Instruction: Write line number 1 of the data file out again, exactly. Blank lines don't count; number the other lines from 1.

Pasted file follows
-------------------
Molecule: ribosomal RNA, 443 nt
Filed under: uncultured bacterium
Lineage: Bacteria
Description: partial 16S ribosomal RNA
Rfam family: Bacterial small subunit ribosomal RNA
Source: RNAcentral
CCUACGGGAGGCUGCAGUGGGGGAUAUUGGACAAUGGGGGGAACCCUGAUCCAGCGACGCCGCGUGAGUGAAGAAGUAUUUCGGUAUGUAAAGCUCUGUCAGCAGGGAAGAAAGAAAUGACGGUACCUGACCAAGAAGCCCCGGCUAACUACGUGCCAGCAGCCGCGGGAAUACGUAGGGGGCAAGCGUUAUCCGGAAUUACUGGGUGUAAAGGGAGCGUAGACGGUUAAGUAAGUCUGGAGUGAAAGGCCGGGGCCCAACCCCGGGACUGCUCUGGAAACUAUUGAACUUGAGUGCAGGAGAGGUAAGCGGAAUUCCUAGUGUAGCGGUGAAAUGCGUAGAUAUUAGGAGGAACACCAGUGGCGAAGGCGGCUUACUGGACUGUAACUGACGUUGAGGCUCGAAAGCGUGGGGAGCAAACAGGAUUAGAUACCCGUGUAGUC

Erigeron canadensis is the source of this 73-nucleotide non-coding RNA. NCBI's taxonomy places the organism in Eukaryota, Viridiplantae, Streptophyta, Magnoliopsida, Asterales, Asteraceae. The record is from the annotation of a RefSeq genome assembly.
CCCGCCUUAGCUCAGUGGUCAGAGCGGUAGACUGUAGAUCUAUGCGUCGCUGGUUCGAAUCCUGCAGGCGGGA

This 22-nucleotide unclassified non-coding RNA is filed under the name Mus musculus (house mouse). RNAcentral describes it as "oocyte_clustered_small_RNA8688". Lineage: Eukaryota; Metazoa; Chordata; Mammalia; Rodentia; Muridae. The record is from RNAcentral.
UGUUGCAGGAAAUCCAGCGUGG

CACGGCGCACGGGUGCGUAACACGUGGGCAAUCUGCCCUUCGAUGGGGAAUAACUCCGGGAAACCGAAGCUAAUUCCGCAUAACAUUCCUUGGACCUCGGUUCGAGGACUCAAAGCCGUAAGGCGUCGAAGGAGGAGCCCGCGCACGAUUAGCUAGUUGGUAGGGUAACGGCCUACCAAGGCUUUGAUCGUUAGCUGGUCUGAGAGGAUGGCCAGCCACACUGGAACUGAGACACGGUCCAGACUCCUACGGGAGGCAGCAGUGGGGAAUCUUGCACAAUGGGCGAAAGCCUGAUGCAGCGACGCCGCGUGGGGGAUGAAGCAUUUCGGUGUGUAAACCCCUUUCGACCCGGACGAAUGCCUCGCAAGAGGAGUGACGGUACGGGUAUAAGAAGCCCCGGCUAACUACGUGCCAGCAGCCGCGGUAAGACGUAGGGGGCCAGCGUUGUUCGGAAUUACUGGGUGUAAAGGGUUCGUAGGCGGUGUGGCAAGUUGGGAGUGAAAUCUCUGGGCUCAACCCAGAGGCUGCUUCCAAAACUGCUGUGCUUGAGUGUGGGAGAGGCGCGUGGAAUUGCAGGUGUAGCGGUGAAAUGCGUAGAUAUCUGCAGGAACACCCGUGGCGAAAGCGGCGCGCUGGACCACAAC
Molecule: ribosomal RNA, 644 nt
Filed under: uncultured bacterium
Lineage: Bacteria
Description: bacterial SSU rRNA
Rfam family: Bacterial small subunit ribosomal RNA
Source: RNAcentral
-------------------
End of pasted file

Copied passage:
Molecule: ribosomal RNA, 443 nt